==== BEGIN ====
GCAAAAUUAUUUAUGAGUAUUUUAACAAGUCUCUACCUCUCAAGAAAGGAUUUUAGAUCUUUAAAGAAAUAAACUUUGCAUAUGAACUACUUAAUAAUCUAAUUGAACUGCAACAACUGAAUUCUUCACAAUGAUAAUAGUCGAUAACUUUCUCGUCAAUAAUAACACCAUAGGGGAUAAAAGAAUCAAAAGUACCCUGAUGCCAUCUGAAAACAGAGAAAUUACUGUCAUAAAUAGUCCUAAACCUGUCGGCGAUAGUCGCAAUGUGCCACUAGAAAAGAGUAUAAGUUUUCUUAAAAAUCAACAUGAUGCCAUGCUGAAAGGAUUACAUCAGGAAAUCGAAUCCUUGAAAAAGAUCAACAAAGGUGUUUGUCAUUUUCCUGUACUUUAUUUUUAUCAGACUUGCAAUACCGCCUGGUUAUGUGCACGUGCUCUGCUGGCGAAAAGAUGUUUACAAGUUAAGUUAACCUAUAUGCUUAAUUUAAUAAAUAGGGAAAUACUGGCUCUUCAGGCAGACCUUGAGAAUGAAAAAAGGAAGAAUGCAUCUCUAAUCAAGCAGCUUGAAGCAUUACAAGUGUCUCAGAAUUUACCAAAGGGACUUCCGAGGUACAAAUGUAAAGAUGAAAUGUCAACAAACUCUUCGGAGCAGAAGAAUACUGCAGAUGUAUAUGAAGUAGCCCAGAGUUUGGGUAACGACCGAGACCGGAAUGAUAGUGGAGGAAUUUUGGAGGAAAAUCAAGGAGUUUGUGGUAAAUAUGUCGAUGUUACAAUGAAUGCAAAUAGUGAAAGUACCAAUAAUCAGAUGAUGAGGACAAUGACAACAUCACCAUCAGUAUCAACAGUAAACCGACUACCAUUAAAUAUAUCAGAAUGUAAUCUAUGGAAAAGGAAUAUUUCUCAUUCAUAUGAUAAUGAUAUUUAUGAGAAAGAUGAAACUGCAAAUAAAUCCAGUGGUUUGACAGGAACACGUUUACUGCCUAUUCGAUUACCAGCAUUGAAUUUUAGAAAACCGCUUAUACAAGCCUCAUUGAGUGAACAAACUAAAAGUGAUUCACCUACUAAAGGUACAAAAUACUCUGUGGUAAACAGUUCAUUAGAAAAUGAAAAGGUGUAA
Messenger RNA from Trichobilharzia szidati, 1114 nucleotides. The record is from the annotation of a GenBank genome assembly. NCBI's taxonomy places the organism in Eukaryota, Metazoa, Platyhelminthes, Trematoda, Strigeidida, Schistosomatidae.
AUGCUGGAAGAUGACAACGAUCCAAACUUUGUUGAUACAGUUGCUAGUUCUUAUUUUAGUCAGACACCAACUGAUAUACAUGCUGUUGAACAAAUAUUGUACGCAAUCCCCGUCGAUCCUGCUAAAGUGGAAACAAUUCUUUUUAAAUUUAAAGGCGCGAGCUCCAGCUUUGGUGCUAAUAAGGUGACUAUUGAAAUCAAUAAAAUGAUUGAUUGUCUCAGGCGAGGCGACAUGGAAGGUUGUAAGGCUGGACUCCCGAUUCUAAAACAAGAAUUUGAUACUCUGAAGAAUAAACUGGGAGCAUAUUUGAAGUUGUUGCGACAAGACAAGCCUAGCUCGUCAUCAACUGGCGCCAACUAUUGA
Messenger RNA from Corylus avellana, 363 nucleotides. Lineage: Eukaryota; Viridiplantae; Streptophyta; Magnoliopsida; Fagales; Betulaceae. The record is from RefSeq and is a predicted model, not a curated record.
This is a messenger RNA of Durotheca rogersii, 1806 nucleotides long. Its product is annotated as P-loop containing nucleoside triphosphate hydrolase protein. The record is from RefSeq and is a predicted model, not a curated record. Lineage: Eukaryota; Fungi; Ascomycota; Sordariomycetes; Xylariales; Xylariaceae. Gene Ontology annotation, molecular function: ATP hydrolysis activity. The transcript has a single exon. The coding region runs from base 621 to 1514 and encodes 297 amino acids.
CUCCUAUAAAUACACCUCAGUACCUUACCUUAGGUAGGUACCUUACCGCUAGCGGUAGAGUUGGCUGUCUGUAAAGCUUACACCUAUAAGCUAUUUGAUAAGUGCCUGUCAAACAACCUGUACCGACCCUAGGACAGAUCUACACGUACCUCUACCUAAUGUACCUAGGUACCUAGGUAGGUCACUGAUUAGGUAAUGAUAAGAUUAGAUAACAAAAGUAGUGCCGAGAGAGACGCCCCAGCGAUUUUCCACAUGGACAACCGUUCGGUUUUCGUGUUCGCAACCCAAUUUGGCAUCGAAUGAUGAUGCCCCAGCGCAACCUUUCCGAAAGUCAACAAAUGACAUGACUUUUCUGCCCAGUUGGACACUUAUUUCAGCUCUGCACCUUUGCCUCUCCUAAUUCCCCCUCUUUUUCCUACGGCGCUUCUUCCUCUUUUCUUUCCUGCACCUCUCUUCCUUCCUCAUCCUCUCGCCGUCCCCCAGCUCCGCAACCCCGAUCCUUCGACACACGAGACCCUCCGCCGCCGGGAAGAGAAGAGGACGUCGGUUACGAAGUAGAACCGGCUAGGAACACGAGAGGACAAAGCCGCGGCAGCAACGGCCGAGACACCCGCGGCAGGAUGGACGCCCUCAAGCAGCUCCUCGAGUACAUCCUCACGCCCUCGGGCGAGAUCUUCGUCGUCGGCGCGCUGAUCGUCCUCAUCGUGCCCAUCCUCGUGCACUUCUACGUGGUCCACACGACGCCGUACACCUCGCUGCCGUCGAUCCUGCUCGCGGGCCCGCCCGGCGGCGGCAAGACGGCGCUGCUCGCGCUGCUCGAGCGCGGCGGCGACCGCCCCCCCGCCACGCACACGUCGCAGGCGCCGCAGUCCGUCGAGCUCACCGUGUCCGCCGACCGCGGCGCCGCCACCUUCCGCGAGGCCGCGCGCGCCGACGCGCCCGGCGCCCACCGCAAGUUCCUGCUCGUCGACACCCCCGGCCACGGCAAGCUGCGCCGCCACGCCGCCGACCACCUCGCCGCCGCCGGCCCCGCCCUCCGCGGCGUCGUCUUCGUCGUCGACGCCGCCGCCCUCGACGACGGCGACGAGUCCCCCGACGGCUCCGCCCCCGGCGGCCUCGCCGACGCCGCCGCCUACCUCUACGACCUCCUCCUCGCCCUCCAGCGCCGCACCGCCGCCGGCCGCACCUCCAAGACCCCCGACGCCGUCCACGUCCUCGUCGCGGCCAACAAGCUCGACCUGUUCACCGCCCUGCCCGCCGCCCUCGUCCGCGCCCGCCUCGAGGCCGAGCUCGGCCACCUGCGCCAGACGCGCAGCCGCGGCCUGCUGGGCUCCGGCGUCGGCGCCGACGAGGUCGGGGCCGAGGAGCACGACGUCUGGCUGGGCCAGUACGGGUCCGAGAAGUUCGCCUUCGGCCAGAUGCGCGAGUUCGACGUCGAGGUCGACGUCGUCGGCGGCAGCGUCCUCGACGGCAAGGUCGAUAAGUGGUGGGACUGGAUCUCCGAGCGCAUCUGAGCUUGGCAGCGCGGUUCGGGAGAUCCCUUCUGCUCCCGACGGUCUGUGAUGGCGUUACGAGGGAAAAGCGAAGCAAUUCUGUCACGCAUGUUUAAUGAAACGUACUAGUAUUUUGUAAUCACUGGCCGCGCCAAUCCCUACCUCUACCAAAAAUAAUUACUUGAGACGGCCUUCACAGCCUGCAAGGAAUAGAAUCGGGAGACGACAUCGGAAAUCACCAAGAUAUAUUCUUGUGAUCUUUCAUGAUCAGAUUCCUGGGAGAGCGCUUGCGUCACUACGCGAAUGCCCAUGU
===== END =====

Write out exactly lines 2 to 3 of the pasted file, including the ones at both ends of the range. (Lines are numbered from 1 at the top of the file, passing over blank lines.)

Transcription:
Messenger RNA from Trichobilharzia szidati, 1114 nucleotides. The record is from the annotation of a GenBank genome assembly. NCBI's taxonomy places the organism in Eukaryota, Metazoa, Platyhelminthes, Trematoda, Strigeidida, Schistosomatidae.
AUGCUGGAAGAUGACAACGAUCCAAACUUUGUUGAUACAGUUGCUAGUUCUUAUUUUAGUCAGACACCAACUGAUAUACAUGCUGUUGAACAAAUAUUGUACGCAAUCCCCGUCGAUCCUGCUAAAGUGGAAACAAUUCUUUUUAAAUUUAAAGGCGCGAGCUCCAGCUUUGGUGCUAAUAAGGUGACUAUUGAAAUCAAUAAAAUGAUUGAUUGUCUCAGGCGAGGCGACAUGGAAGGUUGUAAGGCUGGACUCCCGAUUCUAAAACAAGAAUUUGAUACUCUGAAGAAUAAACUGGGAGCAUAUUUGAAGUUGUUGCGACAAGACAAGCCUAGCUCGUCAUCAACUGGCGCCAACUAUUGA